Each year Garden Design Magazine comes out with their top ten list of landscape trends for the upcoming year. Over the next few weeks we will be highlighting a different trend. Next up? Food in landscapes of all sizes.
There has been a conscious shift over the past few years that consumers are trying to eat healthier. They also want to know where their food is coming from and that it has been grown as pesticide free as possible. Because of this more and more people are looking to grow fruits and vegetables themselves.
It is a common misconception that growing edibles requires advanced gardening skills and large plots of land. This is not the case! Food can be grown easily and in a variety of small spaces. Incorporating food into your landscape plantings can be a fun and rewarding way to try a new type of gardening. Here are some ways to incorporate edibles into the space you already have:
Photo credit: Sint Smeding on Visual hunt / CC BY-NC-SA
1 – Container Gardening:
Growing edibles in a container can be an easy solution if space is limited. Both pots on a deck or patio and hanging baskets can be an effective, and easy to maintain, way of growing. Be sure to pick vegetables that grow well together and like the same amount of light. The small size of these gardens makes watering and weeding a breeze. You can also grow a few different crops throughout the season. Spring crops such as Spinach and Radishes only take a few weeks from seed sow to harvest. They can also be grown at lower temperatures. By the time you are harvesting them you can clear out the pots and move on to warmer weather edibles.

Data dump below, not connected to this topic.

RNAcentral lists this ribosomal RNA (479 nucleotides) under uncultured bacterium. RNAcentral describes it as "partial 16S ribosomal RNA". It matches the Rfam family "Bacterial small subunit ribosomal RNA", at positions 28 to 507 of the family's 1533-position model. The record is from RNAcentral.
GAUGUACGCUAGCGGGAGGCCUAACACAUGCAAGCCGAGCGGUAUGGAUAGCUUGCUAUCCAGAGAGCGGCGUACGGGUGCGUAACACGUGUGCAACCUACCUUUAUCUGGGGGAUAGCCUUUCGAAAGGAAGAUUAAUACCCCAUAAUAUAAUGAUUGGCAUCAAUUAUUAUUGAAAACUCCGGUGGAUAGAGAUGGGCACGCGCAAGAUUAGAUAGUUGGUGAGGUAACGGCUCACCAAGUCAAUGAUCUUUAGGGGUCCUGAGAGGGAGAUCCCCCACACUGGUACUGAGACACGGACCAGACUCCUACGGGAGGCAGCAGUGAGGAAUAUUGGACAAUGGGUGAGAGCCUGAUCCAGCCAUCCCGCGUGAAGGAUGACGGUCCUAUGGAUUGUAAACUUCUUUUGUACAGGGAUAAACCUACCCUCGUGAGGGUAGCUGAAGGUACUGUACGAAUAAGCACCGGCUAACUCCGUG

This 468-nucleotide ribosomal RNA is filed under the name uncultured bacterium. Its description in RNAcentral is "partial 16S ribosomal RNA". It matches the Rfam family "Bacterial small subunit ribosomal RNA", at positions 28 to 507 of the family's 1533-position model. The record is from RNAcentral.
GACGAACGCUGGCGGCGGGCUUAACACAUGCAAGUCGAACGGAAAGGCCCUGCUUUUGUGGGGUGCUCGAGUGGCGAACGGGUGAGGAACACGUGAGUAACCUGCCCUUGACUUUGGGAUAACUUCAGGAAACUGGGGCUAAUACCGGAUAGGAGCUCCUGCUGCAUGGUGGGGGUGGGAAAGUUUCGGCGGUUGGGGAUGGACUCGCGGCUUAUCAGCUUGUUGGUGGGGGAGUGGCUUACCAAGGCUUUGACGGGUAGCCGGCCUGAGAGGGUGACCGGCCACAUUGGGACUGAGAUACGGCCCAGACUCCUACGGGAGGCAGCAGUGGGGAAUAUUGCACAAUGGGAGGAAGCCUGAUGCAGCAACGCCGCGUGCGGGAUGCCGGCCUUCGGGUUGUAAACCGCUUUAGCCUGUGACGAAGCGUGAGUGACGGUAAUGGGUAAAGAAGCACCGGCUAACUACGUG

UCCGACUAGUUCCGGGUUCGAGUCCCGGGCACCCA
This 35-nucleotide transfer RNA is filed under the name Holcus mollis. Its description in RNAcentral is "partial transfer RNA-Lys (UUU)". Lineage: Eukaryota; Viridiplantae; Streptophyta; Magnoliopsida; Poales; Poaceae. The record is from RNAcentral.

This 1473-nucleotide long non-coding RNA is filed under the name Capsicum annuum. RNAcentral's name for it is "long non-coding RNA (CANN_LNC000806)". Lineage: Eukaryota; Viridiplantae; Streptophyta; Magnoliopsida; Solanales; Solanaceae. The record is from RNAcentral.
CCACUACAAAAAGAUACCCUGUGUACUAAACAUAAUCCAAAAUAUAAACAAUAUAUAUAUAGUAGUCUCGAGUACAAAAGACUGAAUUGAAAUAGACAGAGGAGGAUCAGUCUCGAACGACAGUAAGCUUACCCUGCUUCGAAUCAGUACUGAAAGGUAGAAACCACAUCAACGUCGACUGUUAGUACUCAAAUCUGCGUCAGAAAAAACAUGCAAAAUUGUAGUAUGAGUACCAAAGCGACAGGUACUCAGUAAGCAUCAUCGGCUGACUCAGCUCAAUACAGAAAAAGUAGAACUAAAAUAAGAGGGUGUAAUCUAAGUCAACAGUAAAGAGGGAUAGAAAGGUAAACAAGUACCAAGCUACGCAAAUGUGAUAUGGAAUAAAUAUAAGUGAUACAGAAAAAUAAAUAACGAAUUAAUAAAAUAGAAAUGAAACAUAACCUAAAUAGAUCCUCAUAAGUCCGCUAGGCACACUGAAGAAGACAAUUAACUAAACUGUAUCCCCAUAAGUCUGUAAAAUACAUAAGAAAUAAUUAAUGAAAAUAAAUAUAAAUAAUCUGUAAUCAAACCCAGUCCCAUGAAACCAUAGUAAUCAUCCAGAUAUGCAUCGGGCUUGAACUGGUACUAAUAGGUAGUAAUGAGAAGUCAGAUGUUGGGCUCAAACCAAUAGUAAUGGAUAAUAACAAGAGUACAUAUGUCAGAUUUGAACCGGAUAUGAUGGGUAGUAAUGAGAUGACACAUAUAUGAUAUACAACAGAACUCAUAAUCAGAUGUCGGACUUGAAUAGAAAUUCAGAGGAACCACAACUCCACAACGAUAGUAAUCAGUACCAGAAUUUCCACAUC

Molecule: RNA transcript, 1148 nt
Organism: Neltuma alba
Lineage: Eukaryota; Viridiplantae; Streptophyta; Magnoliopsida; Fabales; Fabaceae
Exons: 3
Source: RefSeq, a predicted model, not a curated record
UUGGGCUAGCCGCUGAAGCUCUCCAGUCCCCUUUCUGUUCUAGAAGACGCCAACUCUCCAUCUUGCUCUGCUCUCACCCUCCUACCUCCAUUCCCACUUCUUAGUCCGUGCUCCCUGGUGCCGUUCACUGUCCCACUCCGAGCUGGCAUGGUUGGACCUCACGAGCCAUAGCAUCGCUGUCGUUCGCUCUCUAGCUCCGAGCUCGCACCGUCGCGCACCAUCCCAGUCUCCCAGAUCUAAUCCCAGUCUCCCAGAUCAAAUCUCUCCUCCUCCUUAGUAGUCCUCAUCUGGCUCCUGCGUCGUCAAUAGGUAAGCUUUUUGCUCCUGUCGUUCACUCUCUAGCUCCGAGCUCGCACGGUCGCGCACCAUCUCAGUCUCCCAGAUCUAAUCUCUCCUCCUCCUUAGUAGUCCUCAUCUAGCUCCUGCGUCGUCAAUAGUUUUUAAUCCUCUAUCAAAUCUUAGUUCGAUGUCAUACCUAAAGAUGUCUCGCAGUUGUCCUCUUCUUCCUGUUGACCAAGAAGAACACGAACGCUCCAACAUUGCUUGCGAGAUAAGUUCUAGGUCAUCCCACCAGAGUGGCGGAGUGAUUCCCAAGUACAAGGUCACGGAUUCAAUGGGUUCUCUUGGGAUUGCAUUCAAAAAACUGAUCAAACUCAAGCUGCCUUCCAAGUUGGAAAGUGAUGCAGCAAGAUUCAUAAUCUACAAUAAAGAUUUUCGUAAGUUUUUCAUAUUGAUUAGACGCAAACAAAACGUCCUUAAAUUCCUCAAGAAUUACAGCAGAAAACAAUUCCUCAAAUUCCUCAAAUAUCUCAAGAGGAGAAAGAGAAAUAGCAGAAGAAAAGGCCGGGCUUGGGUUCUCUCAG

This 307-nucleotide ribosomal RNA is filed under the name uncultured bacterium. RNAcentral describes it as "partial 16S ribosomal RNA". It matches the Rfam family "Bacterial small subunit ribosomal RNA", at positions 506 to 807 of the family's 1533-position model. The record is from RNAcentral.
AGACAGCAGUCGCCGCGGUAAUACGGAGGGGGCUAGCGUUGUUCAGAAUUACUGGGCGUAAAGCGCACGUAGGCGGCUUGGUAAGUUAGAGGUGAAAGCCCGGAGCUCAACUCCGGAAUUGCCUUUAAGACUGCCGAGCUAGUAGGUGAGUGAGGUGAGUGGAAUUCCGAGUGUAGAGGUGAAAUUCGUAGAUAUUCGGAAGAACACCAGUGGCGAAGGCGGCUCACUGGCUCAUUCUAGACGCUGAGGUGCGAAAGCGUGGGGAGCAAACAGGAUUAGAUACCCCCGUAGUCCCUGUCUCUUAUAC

Photo credit: BriarCraft on VisualHunt / CC BY-NC
2 – Edibles In Existing Beds:
Some of our clients grow edible plants right in their foundation and flower beds. As long as the vegetables grown do not interfere with the health of the other plants than why not? You already have the bed space, might as well add to it! However, there are some things to consider if you are going to try this. Will the vegetables get enough light? Will they grow so large they take over the bed? Most edibles require additional watering…do the existing plants support that? Or will they be too wet as a result? Some research ahead of time can save you the struggle of finding out the hard way.
Photo credit: IceBone on VisualHunt.com / CC BY-NC-ND
3 – Fruit Trees as Ornamentals:
Many fruit trees have been bread to be small in stature. This means that their small size is perfect for little backyards! Their flowers in the spring, and fruit in the summer can add interest and beauty to your landscape all season long. Be sure to find out if the trees you have selected are self pollinating or if they require a second tree of the same species to grow fruit. If you are looking to add some fruit trees to your landscape be sure to choose hardy, disease resistant varieties and be aware of the mature size of the tree.
What will you grow this season?
For a full list of the trends visit: https://www.gardendesign.com/trends/2019.html